Endorphins are released by overexposure to light.  The radiant light from televisions causes a release of endorphins.  Researcher Herbert Krugman showed that while viewers are watching television, the right hemisphere is twice as active as the left, a neurological anomaly. The crossover from left to right releases a surge of the body’s natural opiates: endorphins, which include beta-endorphins and enkephalins. Endorphins are structurally identical to opium and its derivatives (morphine, codeine, heroin, etc.). Activities that release endorphins (also called opioid peptides) are usually habit-forming (we rarely call them addictive). These include cracking knuckles and strenuous exercise. External opiates act on the same receptor sites (opioid receptors) as endorphins, so there is little difference between the two."

Fri, 02/04/2011 - 22:17 | 936673 RockyRacoon
RockyRacoon's picture

You're saying we're all zombies...zombies...ZOMBIES...ZOMBIES....

What?

Where am I?

Fri, 02/04/2011 - 23:34 | 936807 palmereldritch
palmereldritch's picture

Not you too RR!!!   LOL

http://www.youtube.com/watch?v=VK16w_Esrno

 

Fri, 02/04/2011 - 17:46 | 936245 GolfHatesMe
GolfHatesMe's picture

After finding out that we are at 9% unemployment today, I am sure that we will be reading about 8% WAY before 2012.  If it keeps snowing, we could easily be there by the middlie of March.  And that could happen because they have just announced that they are revising the last 15 years of Phil's shaddow and this year we will see six extra weeks. 

Fri, 02/04/2011 - 17:49 | 936251 Miles Kendig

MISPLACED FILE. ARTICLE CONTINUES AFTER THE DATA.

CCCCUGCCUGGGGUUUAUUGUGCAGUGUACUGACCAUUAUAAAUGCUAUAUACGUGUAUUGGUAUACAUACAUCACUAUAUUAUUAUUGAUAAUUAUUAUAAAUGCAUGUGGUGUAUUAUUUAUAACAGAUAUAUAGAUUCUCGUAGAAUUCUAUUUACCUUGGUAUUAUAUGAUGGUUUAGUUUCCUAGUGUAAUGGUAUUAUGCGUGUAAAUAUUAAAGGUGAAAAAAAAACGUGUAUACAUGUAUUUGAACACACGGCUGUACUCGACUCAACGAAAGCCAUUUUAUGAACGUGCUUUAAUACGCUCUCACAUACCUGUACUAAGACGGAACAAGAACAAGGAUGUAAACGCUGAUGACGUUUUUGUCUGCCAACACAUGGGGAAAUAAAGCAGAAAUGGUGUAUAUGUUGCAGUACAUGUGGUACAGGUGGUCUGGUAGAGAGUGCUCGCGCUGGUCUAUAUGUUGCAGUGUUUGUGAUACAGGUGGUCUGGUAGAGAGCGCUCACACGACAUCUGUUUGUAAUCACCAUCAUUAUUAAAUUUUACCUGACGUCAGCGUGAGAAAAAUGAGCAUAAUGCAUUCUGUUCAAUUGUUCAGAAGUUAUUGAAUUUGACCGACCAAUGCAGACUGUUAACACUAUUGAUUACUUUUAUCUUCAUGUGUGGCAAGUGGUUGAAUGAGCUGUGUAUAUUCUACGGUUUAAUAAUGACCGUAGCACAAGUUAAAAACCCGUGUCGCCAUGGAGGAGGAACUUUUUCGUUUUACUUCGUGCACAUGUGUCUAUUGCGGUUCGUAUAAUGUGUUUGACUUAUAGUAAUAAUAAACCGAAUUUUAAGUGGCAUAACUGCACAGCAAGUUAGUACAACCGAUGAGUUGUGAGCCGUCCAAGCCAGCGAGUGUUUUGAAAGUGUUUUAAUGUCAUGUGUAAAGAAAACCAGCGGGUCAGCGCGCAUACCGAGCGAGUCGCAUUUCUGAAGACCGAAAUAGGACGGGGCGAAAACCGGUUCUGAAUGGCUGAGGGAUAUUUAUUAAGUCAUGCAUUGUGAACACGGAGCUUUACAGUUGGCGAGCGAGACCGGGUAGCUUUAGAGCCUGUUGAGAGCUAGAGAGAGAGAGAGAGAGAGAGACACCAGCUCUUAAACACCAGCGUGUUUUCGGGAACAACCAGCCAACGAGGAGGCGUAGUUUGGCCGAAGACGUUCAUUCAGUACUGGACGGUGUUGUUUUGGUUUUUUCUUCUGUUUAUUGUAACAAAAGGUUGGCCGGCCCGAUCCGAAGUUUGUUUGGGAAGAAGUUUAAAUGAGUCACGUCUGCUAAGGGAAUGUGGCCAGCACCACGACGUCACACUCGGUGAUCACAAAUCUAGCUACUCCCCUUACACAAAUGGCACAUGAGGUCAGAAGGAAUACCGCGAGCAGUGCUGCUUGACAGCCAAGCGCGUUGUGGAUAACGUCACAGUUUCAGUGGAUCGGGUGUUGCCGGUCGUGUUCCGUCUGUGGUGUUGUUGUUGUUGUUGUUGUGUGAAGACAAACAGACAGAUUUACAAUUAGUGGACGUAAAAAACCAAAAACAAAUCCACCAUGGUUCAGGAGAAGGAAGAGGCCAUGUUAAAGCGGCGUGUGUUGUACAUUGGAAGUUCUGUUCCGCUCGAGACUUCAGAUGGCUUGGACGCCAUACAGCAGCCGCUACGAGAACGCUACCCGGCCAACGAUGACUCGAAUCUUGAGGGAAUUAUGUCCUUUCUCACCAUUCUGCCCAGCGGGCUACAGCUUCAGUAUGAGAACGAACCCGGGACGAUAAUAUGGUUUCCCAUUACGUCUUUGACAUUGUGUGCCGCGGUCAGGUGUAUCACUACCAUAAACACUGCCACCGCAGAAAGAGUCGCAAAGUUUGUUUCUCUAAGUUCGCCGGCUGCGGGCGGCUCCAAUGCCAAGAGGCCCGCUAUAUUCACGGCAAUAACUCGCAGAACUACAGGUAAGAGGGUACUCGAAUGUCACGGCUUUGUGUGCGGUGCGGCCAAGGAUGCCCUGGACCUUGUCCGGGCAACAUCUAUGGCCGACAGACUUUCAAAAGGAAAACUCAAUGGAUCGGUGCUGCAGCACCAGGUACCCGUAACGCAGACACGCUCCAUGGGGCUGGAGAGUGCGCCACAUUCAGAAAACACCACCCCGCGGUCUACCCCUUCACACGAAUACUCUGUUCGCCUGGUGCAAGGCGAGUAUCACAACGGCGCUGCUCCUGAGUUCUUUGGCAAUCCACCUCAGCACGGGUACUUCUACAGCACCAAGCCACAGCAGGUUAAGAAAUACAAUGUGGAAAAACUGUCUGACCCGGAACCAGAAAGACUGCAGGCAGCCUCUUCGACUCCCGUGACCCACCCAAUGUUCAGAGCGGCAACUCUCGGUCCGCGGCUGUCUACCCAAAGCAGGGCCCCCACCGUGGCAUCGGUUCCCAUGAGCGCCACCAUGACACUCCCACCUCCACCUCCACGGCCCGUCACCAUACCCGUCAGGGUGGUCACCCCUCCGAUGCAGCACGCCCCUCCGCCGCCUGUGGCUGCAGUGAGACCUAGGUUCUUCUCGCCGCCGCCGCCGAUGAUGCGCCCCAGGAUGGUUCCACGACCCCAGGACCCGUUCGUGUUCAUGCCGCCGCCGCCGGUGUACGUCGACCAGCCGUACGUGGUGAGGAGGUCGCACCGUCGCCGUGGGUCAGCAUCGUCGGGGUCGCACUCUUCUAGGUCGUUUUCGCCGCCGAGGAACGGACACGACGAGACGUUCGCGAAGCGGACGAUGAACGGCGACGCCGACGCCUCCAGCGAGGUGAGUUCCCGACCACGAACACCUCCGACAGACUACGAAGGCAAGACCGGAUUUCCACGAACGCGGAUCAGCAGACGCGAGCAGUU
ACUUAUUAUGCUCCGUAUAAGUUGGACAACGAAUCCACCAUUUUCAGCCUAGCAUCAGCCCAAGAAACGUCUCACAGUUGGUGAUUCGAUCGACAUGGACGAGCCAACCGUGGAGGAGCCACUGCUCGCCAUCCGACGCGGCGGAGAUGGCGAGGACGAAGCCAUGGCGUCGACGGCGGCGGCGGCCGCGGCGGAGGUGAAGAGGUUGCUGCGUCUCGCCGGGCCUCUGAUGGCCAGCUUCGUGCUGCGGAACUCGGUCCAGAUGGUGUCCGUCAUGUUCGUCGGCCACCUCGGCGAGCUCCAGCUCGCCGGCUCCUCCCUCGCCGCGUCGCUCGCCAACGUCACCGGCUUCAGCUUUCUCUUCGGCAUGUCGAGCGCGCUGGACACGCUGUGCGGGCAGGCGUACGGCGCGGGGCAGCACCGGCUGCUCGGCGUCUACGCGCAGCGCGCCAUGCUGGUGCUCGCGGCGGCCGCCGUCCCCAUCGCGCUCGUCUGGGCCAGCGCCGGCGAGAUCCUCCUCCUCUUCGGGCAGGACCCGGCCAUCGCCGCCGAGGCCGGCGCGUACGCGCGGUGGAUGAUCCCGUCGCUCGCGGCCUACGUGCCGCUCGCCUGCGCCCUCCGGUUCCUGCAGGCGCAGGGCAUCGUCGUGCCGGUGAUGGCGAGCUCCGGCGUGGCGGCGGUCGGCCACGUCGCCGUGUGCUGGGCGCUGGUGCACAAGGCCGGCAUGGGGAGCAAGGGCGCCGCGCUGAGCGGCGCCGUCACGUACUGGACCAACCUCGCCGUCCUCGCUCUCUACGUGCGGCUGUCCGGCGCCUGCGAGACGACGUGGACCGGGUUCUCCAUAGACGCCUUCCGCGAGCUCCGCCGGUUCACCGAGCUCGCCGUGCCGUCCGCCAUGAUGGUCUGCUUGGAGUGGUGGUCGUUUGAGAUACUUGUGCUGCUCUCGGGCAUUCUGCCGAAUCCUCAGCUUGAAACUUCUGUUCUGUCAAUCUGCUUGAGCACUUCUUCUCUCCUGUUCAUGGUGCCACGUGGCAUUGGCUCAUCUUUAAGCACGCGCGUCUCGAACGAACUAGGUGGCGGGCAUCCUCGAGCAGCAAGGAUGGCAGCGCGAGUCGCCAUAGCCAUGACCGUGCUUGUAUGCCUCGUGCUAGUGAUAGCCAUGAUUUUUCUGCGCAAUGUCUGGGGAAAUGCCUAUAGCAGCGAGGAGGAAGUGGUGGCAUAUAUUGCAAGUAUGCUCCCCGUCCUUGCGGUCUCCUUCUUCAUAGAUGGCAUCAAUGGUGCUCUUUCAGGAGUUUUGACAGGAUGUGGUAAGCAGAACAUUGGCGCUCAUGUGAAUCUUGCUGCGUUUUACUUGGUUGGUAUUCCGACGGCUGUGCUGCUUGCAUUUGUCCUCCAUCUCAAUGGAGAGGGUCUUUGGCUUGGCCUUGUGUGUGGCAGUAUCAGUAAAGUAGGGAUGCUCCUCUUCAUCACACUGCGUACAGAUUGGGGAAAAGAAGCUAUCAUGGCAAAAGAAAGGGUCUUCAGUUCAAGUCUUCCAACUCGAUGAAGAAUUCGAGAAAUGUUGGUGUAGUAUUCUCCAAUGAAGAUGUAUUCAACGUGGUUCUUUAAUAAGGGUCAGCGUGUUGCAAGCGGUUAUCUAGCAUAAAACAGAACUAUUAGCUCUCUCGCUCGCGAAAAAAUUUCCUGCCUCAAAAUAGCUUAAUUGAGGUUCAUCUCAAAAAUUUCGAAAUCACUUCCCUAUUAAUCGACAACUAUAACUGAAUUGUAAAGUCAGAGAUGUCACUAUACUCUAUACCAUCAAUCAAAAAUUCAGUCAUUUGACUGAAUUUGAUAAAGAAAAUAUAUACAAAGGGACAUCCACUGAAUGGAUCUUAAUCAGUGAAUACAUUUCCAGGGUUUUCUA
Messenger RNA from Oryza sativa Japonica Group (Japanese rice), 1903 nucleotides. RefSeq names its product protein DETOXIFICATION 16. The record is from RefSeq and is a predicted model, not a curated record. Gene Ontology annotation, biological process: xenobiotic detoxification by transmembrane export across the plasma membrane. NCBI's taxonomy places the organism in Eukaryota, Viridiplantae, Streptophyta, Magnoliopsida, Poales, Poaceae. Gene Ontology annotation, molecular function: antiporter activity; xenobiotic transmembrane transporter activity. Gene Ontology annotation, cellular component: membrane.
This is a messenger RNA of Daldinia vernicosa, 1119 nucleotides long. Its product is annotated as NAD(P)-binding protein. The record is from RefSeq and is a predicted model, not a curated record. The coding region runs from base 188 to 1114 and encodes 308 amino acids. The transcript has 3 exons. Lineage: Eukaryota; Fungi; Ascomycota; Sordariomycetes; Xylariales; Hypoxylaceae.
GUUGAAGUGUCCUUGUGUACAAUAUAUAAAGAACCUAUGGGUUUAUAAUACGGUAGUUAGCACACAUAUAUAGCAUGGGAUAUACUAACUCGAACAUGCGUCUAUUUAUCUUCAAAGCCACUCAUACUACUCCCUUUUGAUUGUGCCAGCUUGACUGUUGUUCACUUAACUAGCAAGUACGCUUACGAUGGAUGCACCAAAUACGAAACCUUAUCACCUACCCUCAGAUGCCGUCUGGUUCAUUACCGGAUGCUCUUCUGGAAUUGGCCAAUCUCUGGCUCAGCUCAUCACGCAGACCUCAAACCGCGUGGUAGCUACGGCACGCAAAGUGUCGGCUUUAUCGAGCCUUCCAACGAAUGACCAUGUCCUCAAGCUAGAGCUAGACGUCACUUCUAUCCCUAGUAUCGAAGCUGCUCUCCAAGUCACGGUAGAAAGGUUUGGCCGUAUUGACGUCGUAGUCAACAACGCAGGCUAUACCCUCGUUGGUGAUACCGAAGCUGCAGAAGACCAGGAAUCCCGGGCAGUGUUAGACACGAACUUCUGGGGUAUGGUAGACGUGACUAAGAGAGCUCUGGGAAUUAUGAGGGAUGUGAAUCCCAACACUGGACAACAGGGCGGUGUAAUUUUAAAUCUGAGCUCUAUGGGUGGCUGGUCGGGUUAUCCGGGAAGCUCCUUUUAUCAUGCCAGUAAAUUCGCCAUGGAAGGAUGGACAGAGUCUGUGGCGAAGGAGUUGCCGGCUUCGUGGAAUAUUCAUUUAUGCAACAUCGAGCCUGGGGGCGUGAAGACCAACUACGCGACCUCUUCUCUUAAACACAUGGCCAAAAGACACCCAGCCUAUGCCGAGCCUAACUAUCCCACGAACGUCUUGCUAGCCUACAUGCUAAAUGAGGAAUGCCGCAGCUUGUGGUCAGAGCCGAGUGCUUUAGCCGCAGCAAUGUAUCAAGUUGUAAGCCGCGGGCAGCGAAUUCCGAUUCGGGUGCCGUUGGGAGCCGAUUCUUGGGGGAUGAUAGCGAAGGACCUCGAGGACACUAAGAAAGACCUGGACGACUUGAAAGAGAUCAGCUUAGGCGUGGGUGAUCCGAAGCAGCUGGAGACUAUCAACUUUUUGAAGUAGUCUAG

Miles Kendig's picture

Nic starts off with stating:

Even if Fed Chairman Bernanke doesn’t want to admit it, many investors and market watchers think the U.S. central bank is explicitly targeting the stock market with its quantitative easing program.

Then he rolls out his assessment of historical S&P & employment data... 

I have to ask IF Nic, and his employer, BNY, is premising his note upon the idea that the fed has been targeting S&P over the past medium-long term?  If Nic isn't saying this then why waste time with a comparative analysis that isn't comparative?

Fri, 02/04/2011 - 17:58 | 936269 pat53
pat53's picture

" Luckily, few if any care what the joke that is the stock market actually does " 

            WRONG !

50% of people own stocks, and they're gettin' richer by the day, thats all Benny cares about. SPX to 1350 by March. get in or get crushed trying to stop it !!  LOL

Fri, 02/04/2011 - 18:02 | 936277 Miles Kendig
Miles Kendig's picture

Getting richer by the day expressed in a devaluing currency that is!!!  hahahahha

Soon that currency will only be good for lighting fires and rolling cheap cigarettes

Fri, 02/04/2011 - 18:24 | 936310 MiningJunkie
MiningJunkie's picture

Never underestimate the replacement power of Netflix stock within an inflationary spiral. Netflix is just another replacement for rapidly-depreciating FRN's and represents the finest hedge against hyperinflation known to mankind. Cash is trash. The PBOC certainly agrees.

Be long or be wrong.

Fri, 02/04/2011 - 19:35 | 936414 mynhair
mynhair's picture

Next up for bad numbers:  power outtages.

Can't buy when the keyboard is dead, right?

Or file for UE, or ... NFLX.

Fri, 02/04/2011 - 22:35 | 936700 topcallingtroll
topcallingtroll's picture

Ive always said that if stupid makes me money I'm with stupid.

Sat, 02/05/2011 - 01:08 | 936920 robertocarlos
robertocarlos's picture

I thought I was buying shares of an American football league.

Sat, 02/05/2011 - 03:06 | 937029 jomama
jomama's picture

hilarious + awesome